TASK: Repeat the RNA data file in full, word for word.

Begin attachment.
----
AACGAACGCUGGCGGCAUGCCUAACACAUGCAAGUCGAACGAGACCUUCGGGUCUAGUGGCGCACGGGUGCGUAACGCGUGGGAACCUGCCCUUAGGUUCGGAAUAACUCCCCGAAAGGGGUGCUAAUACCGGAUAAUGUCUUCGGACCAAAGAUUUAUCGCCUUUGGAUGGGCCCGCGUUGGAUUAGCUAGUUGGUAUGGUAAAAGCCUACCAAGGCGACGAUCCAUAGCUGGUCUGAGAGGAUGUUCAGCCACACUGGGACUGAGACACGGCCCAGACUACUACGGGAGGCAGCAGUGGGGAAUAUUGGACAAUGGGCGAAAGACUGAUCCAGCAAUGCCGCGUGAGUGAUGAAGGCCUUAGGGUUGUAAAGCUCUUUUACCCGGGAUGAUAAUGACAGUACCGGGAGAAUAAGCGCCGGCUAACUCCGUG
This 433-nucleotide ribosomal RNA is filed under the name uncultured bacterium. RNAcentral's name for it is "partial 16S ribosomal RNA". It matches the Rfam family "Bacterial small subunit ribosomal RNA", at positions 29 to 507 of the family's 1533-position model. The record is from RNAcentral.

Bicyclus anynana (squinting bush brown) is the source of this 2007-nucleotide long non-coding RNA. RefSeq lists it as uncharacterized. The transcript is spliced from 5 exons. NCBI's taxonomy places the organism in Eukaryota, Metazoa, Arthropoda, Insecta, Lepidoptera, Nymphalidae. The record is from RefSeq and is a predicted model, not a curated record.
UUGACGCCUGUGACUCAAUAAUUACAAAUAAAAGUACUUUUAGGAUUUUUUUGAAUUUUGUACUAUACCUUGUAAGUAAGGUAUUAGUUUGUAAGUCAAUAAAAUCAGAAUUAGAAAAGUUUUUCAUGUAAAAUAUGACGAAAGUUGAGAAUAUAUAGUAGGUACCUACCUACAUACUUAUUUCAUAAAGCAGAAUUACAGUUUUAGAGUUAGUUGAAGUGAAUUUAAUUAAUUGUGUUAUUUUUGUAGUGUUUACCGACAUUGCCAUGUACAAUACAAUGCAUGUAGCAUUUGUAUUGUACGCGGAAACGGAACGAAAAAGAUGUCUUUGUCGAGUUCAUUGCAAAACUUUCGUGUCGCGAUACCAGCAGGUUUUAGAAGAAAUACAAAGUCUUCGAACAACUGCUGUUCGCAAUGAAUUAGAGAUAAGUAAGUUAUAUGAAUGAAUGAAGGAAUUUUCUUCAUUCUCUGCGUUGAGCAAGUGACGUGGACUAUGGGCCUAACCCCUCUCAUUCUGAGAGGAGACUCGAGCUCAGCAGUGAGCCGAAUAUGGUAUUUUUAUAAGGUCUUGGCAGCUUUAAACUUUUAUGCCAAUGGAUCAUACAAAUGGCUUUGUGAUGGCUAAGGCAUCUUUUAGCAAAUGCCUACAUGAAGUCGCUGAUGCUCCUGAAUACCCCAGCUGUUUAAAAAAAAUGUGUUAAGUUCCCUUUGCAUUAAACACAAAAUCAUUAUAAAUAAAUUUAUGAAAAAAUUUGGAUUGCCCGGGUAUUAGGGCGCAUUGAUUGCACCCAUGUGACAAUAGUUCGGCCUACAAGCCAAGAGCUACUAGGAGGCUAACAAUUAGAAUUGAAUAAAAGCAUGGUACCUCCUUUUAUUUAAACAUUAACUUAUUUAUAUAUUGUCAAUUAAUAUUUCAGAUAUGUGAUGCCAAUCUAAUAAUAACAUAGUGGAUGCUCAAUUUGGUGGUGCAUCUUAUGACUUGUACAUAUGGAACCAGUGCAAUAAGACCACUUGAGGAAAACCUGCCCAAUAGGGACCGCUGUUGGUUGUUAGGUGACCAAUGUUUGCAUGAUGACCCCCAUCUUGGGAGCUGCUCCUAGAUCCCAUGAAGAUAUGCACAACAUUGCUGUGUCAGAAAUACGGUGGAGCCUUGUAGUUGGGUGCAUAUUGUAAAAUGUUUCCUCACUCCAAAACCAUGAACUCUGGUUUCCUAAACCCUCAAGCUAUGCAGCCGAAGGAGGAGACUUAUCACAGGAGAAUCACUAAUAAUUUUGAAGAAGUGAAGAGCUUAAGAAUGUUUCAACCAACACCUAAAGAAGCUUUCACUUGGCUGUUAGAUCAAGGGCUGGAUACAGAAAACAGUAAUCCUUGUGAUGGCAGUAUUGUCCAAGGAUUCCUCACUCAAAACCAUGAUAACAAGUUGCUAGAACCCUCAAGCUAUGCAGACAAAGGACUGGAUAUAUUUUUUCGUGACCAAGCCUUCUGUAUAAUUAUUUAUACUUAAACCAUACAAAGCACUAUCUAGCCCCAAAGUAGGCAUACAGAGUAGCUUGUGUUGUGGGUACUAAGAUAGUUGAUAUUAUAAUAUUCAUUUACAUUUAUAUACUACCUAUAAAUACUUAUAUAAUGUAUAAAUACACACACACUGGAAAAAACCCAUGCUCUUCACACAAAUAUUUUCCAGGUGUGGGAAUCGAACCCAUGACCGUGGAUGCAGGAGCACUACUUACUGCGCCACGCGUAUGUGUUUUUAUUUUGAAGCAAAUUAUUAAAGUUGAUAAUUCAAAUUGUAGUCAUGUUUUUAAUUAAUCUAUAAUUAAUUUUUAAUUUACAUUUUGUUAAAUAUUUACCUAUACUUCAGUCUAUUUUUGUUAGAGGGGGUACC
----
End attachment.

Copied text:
AACGAACGCUGGCGGCAUGCCUAACACAUGCAAGUCGAACGAGACCUUCGGGUCUAGUGGCGCACGGGUGCGUAACGCGUGGGAACCUGCCCUUAGGUUCGGAAUAACUCCCCGAAAGGGGUGCUAAUACCGGAUAAUGUCUUCGGACCAAAGAUUUAUCGCCUUUGGAUGGGCCCGCGUUGGAUUAGCUAGUUGGUAUGGUAAAAGCCUACCAAGGCGACGAUCCAUAGCUGGUCUGAGAGGAUGUUCAGCCACACUGGGACUGAGACACGGCCCAGACUACUACGGGAGGCAGCAGUGGGGAAUAUUGGACAAUGGGCGAAAGACUGAUCCAGCAAUGCCGCGUGAGUGAUGAAGGCCUUAGGGUUGUAAAGCUCUUUUACCCGGGAUGAUAAUGACAGUACCGGGAGAAUAAGCGCCGGCUAACUCCGUG
This 433-nucleotide ribosomal RNA is filed under the name uncultured bacterium. RNAcentral's name for it is "partial 16S ribosomal RNA". It matches the Rfam family "Bacterial small subunit ribosomal RNA", at positions 29 to 507 of the family's 1533-position model. The record is from RNAcentral.

Bicyclus anynana (squinting bush brown) is the source of this 2007-nucleotide long non-coding RNA. RefSeq lists it as uncharacterized. The transcript is spliced from 5 exons. NCBI's taxonomy places the organism in Eukaryota, Metazoa, Arthropoda, Insecta, Lepidoptera, Nymphalidae. The record is from RefSeq and is a predicted model, not a curated record.
UUGACGCCUGUGACUCAAUAAUUACAAAUAAAAGUACUUUUAGGAUUUUUUUGAAUUUUGUACUAUACCUUGUAAGUAAGGUAUUAGUUUGUAAGUCAAUAAAAUCAGAAUUAGAAAAGUUUUUCAUGUAAAAUAUGACGAAAGUUGAGAAUAUAUAGUAGGUACCUACCUACAUACUUAUUUCAUAAAGCAGAAUUACAGUUUUAGAGUUAGUUGAAGUGAAUUUAAUUAAUUGUGUUAUUUUUGUAGUGUUUACCGACAUUGCCAUGUACAAUACAAUGCAUGUAGCAUUUGUAUUGUACGCGGAAACGGAACGAAAAAGAUGUCUUUGUCGAGUUCAUUGCAAAACUUUCGUGUCGCGAUACCAGCAGGUUUUAGAAGAAAUACAAAGUCUUCGAACAACUGCUGUUCGCAAUGAAUUAGAGAUAAGUAAGUUAUAUGAAUGAAUGAAGGAAUUUUCUUCAUUCUCUGCGUUGAGCAAGUGACGUGGACUAUGGGCCUAACCCCUCUCAUUCUGAGAGGAGACUCGAGCUCAGCAGUGAGCCGAAUAUGGUAUUUUUAUAAGGUCUUGGCAGCUUUAAACUUUUAUGCCAAUGGAUCAUACAAAUGGCUUUGUGAUGGCUAAGGCAUCUUUUAGCAAAUGCCUACAUGAAGUCGCUGAUGCUCCUGAAUACCCCAGCUGUUUAAAAAAAAUGUGUUAAGUUCCCUUUGCAUUAAACACAAAAUCAUUAUAAAUAAAUUUAUGAAAAAAUUUGGAUUGCCCGGGUAUUAGGGCGCAUUGAUUGCACCCAUGUGACAAUAGUUCGGCCUACAAGCCAAGAGCUACUAGGAGGCUAACAAUUAGAAUUGAAUAAAAGCAUGGUACCUCCUUUUAUUUAAACAUUAACUUAUUUAUAUAUUGUCAAUUAAUAUUUCAGAUAUGUGAUGCCAAUCUAAUAAUAACAUAGUGGAUGCUCAAUUUGGUGGUGCAUCUUAUGACUUGUACAUAUGGAACCAGUGCAAUAAGACCACUUGAGGAAAACCUGCCCAAUAGGGACCGCUGUUGGUUGUUAGGUGACCAAUGUUUGCAUGAUGACCCCCAUCUUGGGAGCUGCUCCUAGAUCCCAUGAAGAUAUGCACAACAUUGCUGUGUCAGAAAUACGGUGGAGCCUUGUAGUUGGGUGCAUAUUGUAAAAUGUUUCCUCACUCCAAAACCAUGAACUCUGGUUUCCUAAACCCUCAAGCUAUGCAGCCGAAGGAGGAGACUUAUCACAGGAGAAUCACUAAUAAUUUUGAAGAAGUGAAGAGCUUAAGAAUGUUUCAACCAACACCUAAAGAAGCUUUCACUUGGCUGUUAGAUCAAGGGCUGGAUACAGAAAACAGUAAUCCUUGUGAUGGCAGUAUUGUCCAAGGAUUCCUCACUCAAAACCAUGAUAACAAGUUGCUAGAACCCUCAAGCUAUGCAGACAAAGGACUGGAUAUAUUUUUUCGUGACCAAGCCUUCUGUAUAAUUAUUUAUACUUAAACCAUACAAAGCACUAUCUAGCCCCAAAGUAGGCAUACAGAGUAGCUUGUGUUGUGGGUACUAAGAUAGUUGAUAUUAUAAUAUUCAUUUACAUUUAUAUACUACCUAUAAAUACUUAUAUAAUGUAUAAAUACACACACACUGGAAAAAACCCAUGCUCUUCACACAAAUAUUUUCCAGGUGUGGGAAUCGAACCCAUGACCGUGGAUGCAGGAGCACUACUUACUGCGCCACGCGUAUGUGUUUUUAUUUUGAAGCAAAUUAUUAAAGUUGAUAAUUCAAAUUGUAGUCAUGUUUUUAAUUAAUCUAUAAUUAAUUUUUAAUUUACAUUUUGUUAAAUAUUUACCUAUACUUCAGUCUAUUUUUGUUAGAGGGGGUACC